A December decision in California should lessen the financial responsibility of contractors involved in construction defect litigation in that state. In Jimenez v. Superior Court, the California Supreme Court ruled that two window manufacturers could be held "strictly liable" if their products, installed in a mass-produced home, were found to be defective. Strict liability, according to lawyer Sam Abdulaziz, means "liability without fault;" the burden is to prove simply that the product failed. Abdulaziz -- whose Hollywood, Calif., firm, Abdulaziz and Grossbart, specializes in construction litigation -- says that he believes this is the first time that building component manufacturers have been held strictly liable in a construction defect lawsuit. Before Jimenez, plaintiffs had to prove that products were not in compliance with accepted industry standards. What this means is that another party joins contractors as defendants in construction defect lawsuits. "It's spreading the risk," Abdulaziz says.
Naturally, many building component manufacturers are not pleased with the ruling. They are concerned that, among other things, they could now be held liable for a product that was installed incorrectly or used improperly.
The legislature in the Golden State has also taken a look at the industry lately, with Governor Gray Davis signing Senate Bill 800 last September. The bill was introduced in response to complaints from new home builders who said owners were filing lawsuits without first notifying them of any problems. Among other provisions, SB800 requires homeowners to alert builders to a problem and allow time for repair prior to filing a construction defect lawsuit. For the time being, SB800 will not affect the remodeling industry, because it specifically applies only to new home builders. Similar laws have been passed in seven states, with legislation pending in 14 others.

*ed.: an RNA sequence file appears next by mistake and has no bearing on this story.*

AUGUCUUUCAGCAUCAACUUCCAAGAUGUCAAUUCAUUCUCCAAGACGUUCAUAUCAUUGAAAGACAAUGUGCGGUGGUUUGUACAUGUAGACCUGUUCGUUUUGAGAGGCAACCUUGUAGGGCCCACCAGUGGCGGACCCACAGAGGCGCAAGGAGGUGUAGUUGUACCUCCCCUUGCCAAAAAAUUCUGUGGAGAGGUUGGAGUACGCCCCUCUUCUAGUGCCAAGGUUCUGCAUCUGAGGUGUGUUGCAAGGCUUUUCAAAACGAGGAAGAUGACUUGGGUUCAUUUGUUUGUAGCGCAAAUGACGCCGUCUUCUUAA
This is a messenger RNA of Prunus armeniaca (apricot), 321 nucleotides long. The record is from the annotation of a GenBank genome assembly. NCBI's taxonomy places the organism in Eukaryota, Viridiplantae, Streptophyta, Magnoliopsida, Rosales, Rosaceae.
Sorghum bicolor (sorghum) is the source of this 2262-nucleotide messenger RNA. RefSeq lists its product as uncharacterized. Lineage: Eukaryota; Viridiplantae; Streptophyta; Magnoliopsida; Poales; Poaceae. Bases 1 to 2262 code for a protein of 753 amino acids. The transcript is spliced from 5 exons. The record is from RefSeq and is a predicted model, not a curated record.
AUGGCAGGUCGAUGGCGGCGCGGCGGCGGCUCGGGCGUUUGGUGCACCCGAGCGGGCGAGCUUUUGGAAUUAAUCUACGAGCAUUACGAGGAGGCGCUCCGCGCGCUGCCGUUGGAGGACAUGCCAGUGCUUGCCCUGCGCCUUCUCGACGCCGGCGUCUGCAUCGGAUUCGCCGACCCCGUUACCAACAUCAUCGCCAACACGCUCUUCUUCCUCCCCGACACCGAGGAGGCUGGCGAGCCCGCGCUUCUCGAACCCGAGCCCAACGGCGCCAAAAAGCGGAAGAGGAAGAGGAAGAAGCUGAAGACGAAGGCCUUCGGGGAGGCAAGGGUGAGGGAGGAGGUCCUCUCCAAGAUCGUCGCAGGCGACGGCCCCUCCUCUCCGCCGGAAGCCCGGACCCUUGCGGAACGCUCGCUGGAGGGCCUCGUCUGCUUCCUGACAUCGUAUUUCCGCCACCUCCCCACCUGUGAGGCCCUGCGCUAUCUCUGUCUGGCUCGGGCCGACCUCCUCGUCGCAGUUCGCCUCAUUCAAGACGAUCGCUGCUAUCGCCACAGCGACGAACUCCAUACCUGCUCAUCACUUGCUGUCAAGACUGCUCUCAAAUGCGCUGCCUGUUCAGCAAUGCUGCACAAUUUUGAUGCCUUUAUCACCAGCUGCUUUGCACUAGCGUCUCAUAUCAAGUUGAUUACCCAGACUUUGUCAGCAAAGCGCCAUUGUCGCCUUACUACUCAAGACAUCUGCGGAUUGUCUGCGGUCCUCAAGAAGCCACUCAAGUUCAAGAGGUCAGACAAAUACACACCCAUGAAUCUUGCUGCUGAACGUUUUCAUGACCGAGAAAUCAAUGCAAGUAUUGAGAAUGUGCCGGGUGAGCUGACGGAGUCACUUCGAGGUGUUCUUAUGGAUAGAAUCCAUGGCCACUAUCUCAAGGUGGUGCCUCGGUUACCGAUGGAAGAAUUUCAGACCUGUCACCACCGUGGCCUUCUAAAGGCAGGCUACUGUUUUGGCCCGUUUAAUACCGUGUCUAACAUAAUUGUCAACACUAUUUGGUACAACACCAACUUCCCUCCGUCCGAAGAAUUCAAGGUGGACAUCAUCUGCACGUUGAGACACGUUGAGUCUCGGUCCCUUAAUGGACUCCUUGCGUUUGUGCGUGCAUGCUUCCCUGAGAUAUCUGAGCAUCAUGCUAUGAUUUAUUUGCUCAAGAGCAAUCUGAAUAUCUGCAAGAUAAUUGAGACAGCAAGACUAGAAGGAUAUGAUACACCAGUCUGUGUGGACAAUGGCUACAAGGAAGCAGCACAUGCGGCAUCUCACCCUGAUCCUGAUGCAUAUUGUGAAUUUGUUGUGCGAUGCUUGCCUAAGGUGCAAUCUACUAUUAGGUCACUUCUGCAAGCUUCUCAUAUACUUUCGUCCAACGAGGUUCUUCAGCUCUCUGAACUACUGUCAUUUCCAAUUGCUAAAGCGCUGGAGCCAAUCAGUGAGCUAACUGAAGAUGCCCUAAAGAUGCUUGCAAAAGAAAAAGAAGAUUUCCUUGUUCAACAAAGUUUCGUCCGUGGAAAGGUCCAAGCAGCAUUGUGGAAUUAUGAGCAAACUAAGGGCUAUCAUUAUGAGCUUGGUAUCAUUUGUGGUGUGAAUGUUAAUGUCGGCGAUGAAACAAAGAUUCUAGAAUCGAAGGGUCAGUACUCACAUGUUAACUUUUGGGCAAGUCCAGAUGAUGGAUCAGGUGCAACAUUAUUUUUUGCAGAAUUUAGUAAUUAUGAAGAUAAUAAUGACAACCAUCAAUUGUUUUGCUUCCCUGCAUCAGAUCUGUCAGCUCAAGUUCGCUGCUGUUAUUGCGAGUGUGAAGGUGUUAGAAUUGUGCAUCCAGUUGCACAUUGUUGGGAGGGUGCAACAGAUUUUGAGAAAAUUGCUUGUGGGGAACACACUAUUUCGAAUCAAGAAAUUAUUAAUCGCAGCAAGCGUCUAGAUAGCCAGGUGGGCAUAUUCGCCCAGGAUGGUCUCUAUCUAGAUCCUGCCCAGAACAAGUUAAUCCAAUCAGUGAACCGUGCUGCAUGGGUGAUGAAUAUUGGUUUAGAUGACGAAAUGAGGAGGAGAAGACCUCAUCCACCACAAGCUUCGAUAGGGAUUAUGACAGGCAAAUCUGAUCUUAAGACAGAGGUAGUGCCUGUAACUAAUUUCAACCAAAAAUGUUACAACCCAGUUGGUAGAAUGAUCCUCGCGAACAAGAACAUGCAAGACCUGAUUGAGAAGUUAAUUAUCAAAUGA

Jimenez, like many court decisions, is narrowly defined as pertaining to mass-produced homes, and Abdulaziz says he is unsure if the precedent would carry over to other areas of construction. But it seems only a matter of time before similar cases come up in the remodeling industry.